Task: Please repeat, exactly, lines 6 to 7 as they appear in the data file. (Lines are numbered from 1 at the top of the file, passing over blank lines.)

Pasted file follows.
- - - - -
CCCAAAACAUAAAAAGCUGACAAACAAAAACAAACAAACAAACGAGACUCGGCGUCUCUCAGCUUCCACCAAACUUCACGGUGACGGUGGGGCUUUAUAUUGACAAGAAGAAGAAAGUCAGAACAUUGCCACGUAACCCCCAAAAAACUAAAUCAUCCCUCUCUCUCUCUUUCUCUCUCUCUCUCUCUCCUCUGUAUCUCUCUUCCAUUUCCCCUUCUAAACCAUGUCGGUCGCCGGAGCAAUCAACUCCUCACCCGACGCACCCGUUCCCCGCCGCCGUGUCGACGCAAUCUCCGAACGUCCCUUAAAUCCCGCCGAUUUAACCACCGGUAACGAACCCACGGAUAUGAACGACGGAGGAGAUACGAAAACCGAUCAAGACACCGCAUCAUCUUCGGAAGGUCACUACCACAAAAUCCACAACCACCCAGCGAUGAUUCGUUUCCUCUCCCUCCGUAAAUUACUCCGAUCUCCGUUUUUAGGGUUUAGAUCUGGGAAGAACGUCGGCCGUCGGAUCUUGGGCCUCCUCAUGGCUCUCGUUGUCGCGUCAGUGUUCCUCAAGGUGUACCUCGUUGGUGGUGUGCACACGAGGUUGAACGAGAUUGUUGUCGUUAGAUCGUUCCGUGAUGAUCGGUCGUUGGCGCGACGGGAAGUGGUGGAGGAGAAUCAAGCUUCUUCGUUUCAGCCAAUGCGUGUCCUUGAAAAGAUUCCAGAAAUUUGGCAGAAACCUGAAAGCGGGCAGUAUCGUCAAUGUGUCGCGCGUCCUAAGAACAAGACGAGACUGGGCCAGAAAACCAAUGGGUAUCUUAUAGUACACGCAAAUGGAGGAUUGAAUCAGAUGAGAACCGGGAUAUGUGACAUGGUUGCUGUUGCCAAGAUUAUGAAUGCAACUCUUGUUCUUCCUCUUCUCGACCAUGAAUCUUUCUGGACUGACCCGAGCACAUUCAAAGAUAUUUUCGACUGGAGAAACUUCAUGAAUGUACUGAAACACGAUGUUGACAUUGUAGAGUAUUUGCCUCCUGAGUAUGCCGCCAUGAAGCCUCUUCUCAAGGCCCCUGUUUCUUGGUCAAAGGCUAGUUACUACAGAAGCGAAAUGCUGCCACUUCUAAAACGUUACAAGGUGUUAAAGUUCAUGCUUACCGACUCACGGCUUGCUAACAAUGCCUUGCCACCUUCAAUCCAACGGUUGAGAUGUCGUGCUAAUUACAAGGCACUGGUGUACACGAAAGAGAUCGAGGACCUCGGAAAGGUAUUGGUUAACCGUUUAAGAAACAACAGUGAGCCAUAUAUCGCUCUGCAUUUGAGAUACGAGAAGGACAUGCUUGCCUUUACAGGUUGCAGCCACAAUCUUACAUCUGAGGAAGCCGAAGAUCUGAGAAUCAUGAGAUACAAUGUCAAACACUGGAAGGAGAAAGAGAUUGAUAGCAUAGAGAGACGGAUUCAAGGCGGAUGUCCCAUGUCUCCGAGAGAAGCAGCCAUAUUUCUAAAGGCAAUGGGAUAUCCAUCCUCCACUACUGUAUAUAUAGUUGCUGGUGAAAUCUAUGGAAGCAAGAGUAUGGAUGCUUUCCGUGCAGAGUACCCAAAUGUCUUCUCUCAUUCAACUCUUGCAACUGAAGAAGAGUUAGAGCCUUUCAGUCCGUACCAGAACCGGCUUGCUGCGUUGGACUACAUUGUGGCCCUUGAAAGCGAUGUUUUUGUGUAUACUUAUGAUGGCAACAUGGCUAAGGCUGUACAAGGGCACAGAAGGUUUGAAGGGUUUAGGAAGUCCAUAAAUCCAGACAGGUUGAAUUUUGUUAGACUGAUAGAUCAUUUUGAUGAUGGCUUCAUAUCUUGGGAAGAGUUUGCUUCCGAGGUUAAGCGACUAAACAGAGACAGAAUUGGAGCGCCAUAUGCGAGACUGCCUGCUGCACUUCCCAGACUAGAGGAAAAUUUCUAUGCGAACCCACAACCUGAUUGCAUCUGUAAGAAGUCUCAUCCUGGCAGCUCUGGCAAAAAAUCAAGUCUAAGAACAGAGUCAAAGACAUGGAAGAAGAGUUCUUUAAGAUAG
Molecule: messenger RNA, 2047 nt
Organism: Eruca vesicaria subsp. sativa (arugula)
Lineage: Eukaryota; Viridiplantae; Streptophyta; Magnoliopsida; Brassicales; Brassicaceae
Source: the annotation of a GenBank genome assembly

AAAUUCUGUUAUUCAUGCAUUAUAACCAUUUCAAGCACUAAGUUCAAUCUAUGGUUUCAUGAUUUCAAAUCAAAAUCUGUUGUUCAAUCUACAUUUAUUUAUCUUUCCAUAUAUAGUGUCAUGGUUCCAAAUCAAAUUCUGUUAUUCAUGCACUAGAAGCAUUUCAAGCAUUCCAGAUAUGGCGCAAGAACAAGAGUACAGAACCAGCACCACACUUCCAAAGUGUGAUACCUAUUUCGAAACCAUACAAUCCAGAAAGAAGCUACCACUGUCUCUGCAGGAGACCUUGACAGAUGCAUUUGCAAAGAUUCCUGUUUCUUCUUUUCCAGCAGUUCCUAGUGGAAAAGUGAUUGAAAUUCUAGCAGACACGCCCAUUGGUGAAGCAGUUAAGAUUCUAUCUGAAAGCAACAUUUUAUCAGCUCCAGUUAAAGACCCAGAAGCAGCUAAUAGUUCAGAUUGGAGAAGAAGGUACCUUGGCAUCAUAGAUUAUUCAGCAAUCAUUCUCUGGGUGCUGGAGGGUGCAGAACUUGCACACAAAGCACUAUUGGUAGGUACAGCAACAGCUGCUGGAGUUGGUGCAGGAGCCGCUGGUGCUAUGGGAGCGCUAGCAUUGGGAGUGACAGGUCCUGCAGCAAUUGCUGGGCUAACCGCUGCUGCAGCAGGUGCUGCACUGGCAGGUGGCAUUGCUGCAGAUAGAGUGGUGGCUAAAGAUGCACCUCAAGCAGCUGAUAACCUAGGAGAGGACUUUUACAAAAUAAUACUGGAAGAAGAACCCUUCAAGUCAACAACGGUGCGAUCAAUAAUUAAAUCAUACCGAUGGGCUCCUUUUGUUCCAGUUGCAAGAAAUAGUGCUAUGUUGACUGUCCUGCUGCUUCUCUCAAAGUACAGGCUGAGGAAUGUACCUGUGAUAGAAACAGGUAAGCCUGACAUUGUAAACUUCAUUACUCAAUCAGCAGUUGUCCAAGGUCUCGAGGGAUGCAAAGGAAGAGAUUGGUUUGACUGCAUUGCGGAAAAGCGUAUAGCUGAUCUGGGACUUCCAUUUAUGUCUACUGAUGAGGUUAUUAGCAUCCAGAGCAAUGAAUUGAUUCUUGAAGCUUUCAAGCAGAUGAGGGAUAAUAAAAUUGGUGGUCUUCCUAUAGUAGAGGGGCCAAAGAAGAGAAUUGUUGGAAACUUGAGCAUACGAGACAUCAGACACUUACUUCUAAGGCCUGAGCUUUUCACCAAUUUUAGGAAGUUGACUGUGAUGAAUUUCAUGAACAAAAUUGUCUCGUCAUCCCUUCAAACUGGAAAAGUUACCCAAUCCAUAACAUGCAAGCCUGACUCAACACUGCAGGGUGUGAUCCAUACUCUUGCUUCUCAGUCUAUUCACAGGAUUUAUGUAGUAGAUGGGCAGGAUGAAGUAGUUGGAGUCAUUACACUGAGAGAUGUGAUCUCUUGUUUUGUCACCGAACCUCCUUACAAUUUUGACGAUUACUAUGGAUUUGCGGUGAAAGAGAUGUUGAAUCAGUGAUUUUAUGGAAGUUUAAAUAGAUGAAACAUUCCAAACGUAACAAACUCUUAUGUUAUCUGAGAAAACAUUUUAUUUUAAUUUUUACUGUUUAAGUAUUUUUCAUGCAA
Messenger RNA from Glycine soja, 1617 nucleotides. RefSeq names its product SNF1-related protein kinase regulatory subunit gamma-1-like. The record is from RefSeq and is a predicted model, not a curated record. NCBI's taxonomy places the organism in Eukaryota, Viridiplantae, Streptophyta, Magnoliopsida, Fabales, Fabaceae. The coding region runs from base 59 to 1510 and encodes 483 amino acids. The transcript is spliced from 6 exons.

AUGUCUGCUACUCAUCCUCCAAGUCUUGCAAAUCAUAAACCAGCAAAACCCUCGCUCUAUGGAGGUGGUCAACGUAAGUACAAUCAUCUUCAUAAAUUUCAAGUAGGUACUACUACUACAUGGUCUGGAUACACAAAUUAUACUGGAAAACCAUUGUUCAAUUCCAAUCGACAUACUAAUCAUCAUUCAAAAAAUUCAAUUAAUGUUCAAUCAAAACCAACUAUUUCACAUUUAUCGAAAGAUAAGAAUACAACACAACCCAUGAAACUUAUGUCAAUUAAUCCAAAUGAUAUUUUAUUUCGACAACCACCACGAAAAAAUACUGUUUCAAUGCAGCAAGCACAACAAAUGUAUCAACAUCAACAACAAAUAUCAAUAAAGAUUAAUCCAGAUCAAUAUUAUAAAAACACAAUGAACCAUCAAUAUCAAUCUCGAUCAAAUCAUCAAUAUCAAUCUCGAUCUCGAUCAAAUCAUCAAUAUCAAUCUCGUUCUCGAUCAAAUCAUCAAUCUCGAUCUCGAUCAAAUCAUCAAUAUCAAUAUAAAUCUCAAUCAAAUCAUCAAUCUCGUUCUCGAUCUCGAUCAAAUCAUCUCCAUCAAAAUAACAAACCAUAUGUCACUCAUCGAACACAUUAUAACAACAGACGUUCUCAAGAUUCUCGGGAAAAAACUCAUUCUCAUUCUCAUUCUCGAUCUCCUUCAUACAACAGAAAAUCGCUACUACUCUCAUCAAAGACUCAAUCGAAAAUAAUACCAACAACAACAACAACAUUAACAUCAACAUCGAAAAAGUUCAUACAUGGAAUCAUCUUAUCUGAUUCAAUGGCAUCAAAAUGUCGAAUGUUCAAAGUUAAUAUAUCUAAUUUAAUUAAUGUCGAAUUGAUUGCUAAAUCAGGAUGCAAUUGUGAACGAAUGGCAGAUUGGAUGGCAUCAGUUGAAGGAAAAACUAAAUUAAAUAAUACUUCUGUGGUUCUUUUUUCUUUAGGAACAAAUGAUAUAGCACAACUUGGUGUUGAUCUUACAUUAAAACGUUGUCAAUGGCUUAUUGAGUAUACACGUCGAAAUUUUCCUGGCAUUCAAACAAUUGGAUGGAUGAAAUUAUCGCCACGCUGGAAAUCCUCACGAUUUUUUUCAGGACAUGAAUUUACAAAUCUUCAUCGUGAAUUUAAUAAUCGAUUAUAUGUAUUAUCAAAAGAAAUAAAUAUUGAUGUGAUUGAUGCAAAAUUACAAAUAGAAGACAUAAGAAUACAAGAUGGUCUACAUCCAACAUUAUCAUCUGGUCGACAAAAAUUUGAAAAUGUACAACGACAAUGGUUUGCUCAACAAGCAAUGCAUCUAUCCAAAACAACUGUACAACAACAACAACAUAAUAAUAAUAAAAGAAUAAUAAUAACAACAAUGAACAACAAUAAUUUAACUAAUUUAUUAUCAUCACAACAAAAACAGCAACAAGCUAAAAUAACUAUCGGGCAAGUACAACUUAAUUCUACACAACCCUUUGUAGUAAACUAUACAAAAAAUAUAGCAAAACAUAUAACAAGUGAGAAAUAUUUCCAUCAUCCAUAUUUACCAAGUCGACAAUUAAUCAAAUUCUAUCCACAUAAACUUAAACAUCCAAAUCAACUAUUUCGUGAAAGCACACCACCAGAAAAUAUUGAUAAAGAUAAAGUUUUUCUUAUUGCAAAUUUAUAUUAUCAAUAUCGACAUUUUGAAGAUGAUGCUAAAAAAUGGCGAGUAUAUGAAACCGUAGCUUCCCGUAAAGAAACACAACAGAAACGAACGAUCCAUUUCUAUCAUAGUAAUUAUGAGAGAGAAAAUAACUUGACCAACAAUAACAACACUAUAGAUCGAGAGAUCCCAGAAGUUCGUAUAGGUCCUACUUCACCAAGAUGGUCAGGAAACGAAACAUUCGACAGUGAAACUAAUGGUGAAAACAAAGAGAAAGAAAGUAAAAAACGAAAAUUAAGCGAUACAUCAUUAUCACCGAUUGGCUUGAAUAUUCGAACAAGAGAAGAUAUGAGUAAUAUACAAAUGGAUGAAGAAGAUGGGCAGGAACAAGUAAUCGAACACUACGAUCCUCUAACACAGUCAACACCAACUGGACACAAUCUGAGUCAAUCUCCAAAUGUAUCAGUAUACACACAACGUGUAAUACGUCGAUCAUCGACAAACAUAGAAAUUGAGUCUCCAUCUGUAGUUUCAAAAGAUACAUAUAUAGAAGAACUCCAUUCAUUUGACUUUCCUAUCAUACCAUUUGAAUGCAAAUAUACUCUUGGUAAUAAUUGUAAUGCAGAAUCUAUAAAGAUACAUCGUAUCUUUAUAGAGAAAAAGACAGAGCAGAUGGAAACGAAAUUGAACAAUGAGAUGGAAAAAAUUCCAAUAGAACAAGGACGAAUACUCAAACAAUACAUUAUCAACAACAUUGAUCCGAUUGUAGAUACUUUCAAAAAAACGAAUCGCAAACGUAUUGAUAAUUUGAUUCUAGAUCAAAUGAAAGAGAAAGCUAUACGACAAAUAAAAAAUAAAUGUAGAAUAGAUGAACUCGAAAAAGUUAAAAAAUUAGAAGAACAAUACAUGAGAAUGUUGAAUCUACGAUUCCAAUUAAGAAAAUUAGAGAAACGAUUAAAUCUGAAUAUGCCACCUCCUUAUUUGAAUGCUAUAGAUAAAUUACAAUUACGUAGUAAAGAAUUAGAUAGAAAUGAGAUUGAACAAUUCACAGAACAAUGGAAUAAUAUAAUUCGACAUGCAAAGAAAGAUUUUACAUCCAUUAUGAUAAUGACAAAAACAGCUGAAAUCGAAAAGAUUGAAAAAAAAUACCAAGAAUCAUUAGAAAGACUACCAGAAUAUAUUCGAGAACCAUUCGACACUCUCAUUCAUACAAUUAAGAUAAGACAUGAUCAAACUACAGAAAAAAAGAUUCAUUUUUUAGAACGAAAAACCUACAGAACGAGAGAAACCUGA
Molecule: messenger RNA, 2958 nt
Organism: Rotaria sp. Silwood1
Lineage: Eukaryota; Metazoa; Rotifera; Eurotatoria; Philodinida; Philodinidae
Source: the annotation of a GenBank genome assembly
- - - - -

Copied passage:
AAAUUCUGUUAUUCAUGCAUUAUAACCAUUUCAAGCACUAAGUUCAAUCUAUGGUUUCAUGAUUUCAAAUCAAAAUCUGUUGUUCAAUCUACAUUUAUUUAUCUUUCCAUAUAUAGUGUCAUGGUUCCAAAUCAAAUUCUGUUAUUCAUGCACUAGAAGCAUUUCAAGCAUUCCAGAUAUGGCGCAAGAACAAGAGUACAGAACCAGCACCACACUUCCAAAGUGUGAUACCUAUUUCGAAACCAUACAAUCCAGAAAGAAGCUACCACUGUCUCUGCAGGAGACCUUGACAGAUGCAUUUGCAAAGAUUCCUGUUUCUUCUUUUCCAGCAGUUCCUAGUGGAAAAGUGAUUGAAAUUCUAGCAGACACGCCCAUUGGUGAAGCAGUUAAGAUUCUAUCUGAAAGCAACAUUUUAUCAGCUCCAGUUAAAGACCCAGAAGCAGCUAAUAGUUCAGAUUGGAGAAGAAGGUACCUUGGCAUCAUAGAUUAUUCAGCAAUCAUUCUCUGGGUGCUGGAGGGUGCAGAACUUGCACACAAAGCACUAUUGGUAGGUACAGCAACAGCUGCUGGAGUUGGUGCAGGAGCCGCUGGUGCUAUGGGAGCGCUAGCAUUGGGAGUGACAGGUCCUGCAGCAAUUGCUGGGCUAACCGCUGCUGCAGCAGGUGCUGCACUGGCAGGUGGCAUUGCUGCAGAUAGAGUGGUGGCUAAAGAUGCACCUCAAGCAGCUGAUAACCUAGGAGAGGACUUUUACAAAAUAAUACUGGAAGAAGAACCCUUCAAGUCAACAACGGUGCGAUCAAUAAUUAAAUCAUACCGAUGGGCUCCUUUUGUUCCAGUUGCAAGAAAUAGUGCUAUGUUGACUGUCCUGCUGCUUCUCUCAAAGUACAGGCUGAGGAAUGUACCUGUGAUAGAAACAGGUAAGCCUGACAUUGUAAACUUCAUUACUCAAUCAGCAGUUGUCCAAGGUCUCGAGGGAUGCAAAGGAAGAGAUUGGUUUGACUGCAUUGCGGAAAAGCGUAUAGCUGAUCUGGGACUUCCAUUUAUGUCUACUGAUGAGGUUAUUAGCAUCCAGAGCAAUGAAUUGAUUCUUGAAGCUUUCAAGCAGAUGAGGGAUAAUAAAAUUGGUGGUCUUCCUAUAGUAGAGGGGCCAAAGAAGAGAAUUGUUGGAAACUUGAGCAUACGAGACAUCAGACACUUACUUCUAAGGCCUGAGCUUUUCACCAAUUUUAGGAAGUUGACUGUGAUGAAUUUCAUGAACAAAAUUGUCUCGUCAUCCCUUCAAACUGGAAAAGUUACCCAAUCCAUAACAUGCAAGCCUGACUCAACACUGCAGGGUGUGAUCCAUACUCUUGCUUCUCAGUCUAUUCACAGGAUUUAUGUAGUAGAUGGGCAGGAUGAAGUAGUUGGAGUCAUUACACUGAGAGAUGUGAUCUCUUGUUUUGUCACCGAACCUCCUUACAAUUUUGACGAUUACUAUGGAUUUGCGGUGAAAGAGAUGUUGAAUCAGUGAUUUUAUGGAAGUUUAAAUAGAUGAAACAUUCCAAACGUAACAAACUCUUAUGUUAUCUGAGAAAACAUUUUAUUUUAAUUUUUACUGUUUAAGUAUUUUUCAUGCAA
Messenger RNA from Glycine soja, 1617 nucleotides. RefSeq names its product SNF1-related protein kinase regulatory subunit gamma-1-like. The record is from RefSeq and is a predicted model, not a curated record. NCBI's taxonomy places the organism in Eukaryota, Viridiplantae, Streptophyta, Magnoliopsida, Fabales, Fabaceae. The coding region runs from base 59 to 1510 and encodes 483 amino acids. The transcript is spliced from 6 exons.